What to do in your Northwest garden in November
Ernst Kucklich
Ginkgo trees color up at first frost (or where frosts are rare around late November).


For brilliant red fall color, try the new, fast-growing ‘Redpointe’ maple (Acer rubrum). It grows 45 feet high and 30 feet wide, takes both heat and cold well, and resists chlorosis.

Amaryllis (Hippeastrum hybrids) are the biggest and easiest bulbs to force for the holidays. For 1- to 2-foot spikes of blooms, try ‘Apple Blossom’ (pink and white), ‘Limona’ (white), or ‘Red Lion’ (red).

California poppies natu- ralize easily in western Oregon, Washington, and British Columbia. Scatter seeds in rough parts of the garden for flowers next spring and summer.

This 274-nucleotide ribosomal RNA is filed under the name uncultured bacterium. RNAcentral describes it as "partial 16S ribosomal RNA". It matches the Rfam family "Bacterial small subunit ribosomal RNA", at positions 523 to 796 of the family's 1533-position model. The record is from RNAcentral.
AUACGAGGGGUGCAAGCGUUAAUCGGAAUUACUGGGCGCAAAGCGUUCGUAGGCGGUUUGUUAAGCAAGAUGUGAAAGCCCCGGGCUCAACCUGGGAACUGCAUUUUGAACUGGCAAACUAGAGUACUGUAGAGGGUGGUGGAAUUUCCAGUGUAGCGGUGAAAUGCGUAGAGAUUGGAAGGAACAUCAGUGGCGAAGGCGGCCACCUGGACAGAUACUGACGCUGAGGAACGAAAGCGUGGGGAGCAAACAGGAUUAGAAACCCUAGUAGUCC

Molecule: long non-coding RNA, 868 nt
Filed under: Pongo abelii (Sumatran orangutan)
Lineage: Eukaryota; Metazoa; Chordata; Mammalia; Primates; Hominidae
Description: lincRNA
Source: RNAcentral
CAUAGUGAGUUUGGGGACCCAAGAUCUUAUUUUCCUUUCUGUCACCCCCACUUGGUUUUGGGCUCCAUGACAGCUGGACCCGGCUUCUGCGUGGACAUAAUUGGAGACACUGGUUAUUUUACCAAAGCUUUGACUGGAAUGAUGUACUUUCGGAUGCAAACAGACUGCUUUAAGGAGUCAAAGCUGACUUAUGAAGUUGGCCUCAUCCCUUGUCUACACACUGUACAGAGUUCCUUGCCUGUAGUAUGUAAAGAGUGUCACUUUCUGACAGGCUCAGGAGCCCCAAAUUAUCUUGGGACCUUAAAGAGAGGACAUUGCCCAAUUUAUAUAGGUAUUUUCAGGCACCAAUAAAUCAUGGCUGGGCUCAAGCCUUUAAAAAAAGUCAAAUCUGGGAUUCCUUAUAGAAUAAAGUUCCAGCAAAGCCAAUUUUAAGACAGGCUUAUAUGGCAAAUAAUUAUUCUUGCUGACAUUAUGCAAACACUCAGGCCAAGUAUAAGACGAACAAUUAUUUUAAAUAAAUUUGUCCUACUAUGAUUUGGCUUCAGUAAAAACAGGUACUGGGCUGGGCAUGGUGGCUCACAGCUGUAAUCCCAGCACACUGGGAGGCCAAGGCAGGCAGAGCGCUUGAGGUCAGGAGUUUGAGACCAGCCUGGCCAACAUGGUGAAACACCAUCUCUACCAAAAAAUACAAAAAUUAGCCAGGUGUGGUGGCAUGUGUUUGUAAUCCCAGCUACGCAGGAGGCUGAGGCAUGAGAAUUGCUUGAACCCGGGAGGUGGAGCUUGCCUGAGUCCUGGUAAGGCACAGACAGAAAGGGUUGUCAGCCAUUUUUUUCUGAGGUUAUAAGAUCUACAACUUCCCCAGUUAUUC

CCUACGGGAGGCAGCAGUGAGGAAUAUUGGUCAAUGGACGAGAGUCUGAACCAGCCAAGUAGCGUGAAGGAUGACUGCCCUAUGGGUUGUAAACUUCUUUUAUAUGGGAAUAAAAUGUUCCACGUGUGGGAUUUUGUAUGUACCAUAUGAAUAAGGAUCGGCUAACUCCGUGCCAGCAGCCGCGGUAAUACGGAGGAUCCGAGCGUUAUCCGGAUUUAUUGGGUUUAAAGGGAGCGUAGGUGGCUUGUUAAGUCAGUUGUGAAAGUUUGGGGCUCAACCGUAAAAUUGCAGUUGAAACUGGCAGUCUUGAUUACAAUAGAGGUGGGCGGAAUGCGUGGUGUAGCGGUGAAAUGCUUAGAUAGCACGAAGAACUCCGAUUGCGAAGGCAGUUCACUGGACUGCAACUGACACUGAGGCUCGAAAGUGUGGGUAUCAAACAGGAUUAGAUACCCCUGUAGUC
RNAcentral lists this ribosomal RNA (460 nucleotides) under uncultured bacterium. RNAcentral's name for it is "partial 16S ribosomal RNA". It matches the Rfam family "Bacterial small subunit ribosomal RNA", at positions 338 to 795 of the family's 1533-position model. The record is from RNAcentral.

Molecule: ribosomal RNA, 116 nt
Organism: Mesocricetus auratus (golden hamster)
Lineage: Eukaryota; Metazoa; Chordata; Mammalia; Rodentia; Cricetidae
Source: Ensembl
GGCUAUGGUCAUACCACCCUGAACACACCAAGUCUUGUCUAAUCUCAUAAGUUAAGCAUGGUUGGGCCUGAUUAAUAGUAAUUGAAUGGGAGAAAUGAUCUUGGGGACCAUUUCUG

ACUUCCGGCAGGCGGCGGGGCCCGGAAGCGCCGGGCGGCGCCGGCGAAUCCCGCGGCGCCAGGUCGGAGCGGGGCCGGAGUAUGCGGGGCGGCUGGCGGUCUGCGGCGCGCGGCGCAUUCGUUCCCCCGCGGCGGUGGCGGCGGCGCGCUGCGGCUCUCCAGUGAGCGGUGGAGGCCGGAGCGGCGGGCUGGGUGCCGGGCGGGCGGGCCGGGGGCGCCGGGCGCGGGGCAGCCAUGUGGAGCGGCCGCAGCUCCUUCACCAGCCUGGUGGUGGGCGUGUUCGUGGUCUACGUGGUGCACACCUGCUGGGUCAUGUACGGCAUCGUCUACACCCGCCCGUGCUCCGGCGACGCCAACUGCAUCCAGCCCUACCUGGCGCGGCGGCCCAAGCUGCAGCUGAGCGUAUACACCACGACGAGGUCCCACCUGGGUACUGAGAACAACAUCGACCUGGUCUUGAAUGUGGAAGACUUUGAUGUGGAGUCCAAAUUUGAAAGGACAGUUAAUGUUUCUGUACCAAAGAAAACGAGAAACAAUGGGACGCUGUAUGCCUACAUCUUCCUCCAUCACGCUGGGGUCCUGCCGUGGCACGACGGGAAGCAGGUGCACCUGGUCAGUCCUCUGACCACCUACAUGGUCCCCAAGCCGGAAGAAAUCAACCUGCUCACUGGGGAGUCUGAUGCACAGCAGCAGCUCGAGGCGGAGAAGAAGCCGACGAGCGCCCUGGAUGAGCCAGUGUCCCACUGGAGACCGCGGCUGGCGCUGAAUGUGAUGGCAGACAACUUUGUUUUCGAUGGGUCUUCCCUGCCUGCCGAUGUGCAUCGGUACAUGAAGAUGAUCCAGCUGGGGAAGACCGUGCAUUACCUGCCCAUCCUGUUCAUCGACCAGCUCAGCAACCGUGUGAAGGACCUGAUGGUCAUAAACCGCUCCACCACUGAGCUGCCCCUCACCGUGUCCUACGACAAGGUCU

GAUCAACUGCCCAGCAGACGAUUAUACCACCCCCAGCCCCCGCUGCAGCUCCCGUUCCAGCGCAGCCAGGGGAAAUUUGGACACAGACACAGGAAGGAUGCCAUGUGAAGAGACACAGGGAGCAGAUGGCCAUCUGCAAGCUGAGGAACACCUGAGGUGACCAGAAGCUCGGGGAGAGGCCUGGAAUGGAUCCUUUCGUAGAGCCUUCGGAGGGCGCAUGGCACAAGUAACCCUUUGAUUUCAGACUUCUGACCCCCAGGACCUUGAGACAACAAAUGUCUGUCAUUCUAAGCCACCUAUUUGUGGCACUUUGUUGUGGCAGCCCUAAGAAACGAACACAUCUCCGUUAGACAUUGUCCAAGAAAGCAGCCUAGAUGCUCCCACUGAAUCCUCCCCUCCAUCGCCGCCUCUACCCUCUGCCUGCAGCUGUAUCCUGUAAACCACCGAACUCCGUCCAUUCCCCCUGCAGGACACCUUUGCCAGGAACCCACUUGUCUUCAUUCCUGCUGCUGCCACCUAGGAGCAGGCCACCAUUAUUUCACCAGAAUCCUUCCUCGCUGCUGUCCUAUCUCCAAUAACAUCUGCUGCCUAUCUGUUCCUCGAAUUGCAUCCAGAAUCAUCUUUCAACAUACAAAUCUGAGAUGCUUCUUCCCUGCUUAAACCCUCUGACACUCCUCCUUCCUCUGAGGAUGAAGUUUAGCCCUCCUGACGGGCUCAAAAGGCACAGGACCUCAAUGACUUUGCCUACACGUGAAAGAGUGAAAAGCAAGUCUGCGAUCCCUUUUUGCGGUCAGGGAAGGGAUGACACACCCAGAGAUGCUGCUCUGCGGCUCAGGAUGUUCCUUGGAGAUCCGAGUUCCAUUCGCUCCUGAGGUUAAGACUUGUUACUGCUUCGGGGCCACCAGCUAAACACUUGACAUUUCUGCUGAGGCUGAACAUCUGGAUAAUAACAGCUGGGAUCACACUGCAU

Throw weeds, spent flowers, and vegetable waste into a compost bin at least 3 feet wide and high.

Turn and water the pile occasionally, and you’ll have finished compost by spring.

Drain sprinkler systems and detach hoses from their bibs before hard freezes ice them up. Frost- proof hose bibs are especially treacherous—if you leave the hose attached, pipes can burst inside the house wall.

Put out suet for wood- peckers and chickadees, and hang hummingbird feeders to help Anna’s hummingbirds make it through the winter.

Put the lawn to bed for winter by mowing and edging it one last time before midmonth, when growth virtually stops until March. Keep leaves raked.

Clean and winterize tools before you put them away, sharpening shovels, hoes, and mower blades; spraying moving parts with penetrating oil; and running the gas out of power equipment.